The move may improve MGM Mirage’s competitive position against industry leader Harrah’s Entertainment Inc., which is known for mining its own databases with scientific formulas to produced personalized offers to customers through its Total Rewards Program, which launched in 2000 and now has some 40 million members.

MGM’s Players Club is an improvement of the non-system that they used to have.  I like the direction Players Club is going and found the website easy to navigate and find offers.  Their offers seems to be in line with the amount I play at MGM casinos.  Not great, but something.

Harrah’s Total Rewards get’s a lot of praise in the media, but I don’t think there’s many customers that understand how it works.  I don’t completely understand how Total Rewards works, but I’ve changed how I gamble to get better comps.  I play much more video poker and slots than I used to because that gets recorded more accurately than playing at the tables.

MGM’s Players Club seems to be on the right path with a simple web design and easy to find offers.  I’m looking forward to seeing how this improves their marketing.


Thoughts on CityCenter

CityCenter are the huge hunks of steel in the middle of the Las Vegas strip and owned by MGM-Mirage that has been under construction for the past few years.  There are multiple buildings as part of the city and there were multiple grand openings for these properties.  The final building to open was Aria, the casino and hotel, which opened while I was in Vegas.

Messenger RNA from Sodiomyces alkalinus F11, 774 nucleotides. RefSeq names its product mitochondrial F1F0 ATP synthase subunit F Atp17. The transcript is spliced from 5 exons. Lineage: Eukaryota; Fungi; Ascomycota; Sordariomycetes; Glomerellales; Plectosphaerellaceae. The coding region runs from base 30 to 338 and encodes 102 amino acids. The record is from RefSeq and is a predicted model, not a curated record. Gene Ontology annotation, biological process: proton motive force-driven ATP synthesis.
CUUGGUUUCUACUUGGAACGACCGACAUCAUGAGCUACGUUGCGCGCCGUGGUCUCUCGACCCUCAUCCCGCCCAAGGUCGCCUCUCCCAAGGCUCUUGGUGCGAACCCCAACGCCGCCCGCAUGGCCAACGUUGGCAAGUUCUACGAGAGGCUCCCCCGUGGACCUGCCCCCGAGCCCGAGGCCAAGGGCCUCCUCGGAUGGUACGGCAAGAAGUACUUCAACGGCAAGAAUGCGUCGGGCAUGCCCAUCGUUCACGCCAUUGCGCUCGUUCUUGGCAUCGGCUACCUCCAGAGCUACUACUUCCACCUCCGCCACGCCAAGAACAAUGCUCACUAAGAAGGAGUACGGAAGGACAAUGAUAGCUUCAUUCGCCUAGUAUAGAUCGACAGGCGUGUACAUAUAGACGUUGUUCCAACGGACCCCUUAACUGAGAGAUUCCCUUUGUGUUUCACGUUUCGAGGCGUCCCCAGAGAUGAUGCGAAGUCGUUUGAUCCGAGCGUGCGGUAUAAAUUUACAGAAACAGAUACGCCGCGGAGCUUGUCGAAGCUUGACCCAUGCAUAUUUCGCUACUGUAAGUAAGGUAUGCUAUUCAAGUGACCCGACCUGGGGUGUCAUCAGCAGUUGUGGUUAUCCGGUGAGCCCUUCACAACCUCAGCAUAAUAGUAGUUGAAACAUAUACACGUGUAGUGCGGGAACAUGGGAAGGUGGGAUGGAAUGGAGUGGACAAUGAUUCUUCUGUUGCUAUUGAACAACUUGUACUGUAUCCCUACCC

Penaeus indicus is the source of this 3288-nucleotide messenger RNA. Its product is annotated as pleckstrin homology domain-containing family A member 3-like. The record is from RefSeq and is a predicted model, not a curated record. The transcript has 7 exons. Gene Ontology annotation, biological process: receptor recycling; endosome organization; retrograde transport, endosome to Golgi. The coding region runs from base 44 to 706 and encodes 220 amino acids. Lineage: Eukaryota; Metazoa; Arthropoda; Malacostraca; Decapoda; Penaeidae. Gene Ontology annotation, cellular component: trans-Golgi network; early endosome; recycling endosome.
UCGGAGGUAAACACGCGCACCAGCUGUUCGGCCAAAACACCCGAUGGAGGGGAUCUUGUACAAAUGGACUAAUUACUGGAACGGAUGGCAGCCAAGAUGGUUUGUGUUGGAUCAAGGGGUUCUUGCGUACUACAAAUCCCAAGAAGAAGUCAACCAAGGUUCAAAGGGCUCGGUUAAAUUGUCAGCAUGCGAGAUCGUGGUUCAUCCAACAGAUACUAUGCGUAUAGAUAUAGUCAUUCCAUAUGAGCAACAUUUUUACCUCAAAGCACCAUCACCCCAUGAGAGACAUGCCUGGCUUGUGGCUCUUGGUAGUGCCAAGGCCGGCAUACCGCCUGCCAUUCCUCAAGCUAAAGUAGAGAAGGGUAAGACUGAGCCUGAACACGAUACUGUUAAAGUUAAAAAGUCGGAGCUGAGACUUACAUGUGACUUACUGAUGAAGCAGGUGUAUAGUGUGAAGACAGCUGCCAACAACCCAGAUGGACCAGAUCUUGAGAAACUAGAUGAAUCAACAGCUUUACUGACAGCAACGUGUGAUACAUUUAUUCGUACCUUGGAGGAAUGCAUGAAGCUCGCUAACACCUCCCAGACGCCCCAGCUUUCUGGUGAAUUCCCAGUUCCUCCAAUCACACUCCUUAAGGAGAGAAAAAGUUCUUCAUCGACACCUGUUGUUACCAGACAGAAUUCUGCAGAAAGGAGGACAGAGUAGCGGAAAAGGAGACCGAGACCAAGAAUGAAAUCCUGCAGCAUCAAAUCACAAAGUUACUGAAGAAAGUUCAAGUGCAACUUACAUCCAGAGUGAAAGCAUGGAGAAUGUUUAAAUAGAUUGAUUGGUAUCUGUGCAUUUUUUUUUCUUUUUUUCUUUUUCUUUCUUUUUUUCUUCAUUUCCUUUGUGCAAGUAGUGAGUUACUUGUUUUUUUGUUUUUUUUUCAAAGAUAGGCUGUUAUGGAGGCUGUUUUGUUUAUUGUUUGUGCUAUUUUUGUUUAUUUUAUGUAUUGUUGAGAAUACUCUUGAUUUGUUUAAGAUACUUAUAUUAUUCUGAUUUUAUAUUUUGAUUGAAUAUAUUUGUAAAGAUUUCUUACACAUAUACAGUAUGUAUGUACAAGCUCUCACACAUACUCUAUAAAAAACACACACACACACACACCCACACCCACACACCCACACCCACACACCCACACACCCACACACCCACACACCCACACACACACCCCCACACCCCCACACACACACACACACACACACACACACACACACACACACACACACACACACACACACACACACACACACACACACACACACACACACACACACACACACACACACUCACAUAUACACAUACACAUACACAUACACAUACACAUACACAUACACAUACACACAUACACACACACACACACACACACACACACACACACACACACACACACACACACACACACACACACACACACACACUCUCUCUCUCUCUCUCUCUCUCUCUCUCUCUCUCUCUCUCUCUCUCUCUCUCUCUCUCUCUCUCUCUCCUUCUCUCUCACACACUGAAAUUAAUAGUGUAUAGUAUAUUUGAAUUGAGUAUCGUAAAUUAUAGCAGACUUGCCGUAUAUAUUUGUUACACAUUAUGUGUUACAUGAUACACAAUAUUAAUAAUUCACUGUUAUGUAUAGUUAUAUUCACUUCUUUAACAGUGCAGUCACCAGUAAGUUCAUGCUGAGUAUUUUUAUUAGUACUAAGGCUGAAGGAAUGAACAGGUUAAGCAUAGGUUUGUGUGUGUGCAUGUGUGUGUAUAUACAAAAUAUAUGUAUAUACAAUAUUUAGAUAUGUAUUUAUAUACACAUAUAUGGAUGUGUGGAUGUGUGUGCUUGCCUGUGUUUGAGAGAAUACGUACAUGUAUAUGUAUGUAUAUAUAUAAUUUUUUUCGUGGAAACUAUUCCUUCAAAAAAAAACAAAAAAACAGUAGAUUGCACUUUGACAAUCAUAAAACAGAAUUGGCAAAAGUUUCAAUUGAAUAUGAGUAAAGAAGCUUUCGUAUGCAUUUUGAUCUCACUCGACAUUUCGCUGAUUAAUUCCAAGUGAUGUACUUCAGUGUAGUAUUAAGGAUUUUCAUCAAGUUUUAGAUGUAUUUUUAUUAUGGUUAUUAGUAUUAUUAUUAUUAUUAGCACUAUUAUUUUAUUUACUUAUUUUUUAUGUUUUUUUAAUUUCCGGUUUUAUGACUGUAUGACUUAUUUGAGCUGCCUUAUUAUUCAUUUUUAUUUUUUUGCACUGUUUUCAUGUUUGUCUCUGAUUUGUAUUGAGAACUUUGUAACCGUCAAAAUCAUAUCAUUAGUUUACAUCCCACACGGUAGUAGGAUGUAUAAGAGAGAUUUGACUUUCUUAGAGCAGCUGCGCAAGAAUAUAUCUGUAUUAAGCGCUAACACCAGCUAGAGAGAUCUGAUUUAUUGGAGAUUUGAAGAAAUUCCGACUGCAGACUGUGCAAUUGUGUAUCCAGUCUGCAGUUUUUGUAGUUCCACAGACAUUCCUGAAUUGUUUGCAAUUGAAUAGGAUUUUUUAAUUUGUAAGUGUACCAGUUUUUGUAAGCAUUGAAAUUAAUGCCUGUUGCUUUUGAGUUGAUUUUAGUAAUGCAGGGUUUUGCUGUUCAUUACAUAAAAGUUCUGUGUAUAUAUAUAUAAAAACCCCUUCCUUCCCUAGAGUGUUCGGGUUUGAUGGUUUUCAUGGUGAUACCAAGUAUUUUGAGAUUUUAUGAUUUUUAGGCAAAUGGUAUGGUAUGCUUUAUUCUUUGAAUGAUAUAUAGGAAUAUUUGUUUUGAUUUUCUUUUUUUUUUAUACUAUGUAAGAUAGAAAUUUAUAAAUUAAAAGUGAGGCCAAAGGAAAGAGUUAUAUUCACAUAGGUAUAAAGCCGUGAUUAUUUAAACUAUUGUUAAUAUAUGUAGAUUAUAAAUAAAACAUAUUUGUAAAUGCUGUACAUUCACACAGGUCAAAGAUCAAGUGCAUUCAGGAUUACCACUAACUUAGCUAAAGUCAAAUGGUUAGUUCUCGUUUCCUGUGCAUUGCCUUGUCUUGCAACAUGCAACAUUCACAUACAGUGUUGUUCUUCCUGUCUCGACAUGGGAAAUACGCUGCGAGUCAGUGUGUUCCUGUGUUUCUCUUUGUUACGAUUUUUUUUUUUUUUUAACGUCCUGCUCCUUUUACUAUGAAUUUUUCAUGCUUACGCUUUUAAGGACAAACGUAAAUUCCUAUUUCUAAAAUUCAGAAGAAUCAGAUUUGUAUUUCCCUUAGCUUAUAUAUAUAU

I waited for everything to have their grand openings before exploring CityCenter.  I walked over from the Bellagio where I had a wonderful cigar and Grey Goose and soda at the Petrossian Lounge.  I was treated to some Christmas songs on piano while enjoying a Sunday night.  This is one of my favorite spots at Bellagio.

I hate crowds and I didn’t need to worry about that when I headed over to CityCenter.  After walking through the construction I finally landed in Crystals mall.  This is a beautiful building, but the lack of opened stores was kind of depressing.  If it wasn’t brand new it would have felt like a mall on its last legs and about to close.